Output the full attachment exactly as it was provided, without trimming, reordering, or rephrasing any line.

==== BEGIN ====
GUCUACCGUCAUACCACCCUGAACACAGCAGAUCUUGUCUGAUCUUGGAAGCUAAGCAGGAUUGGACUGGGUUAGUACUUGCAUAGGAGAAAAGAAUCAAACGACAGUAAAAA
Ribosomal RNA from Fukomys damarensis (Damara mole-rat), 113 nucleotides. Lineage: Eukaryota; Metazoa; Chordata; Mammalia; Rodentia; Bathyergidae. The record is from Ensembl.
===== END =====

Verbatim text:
GUCUACCGUCAUACCACCCUGAACACAGCAGAUCUUGUCUGAUCUUGGAAGCUAAGCAGGAUUGGACUGGGUUAGUACUUGCAUAGGAGAAAAGAAUCAAACGACAGUAAAAA
Ribosomal RNA from Fukomys damarensis (Damara mole-rat), 113 nucleotides. Lineage: Eukaryota; Metazoa; Chordata; Mammalia; Rodentia; Bathyergidae. The record is from Ensembl.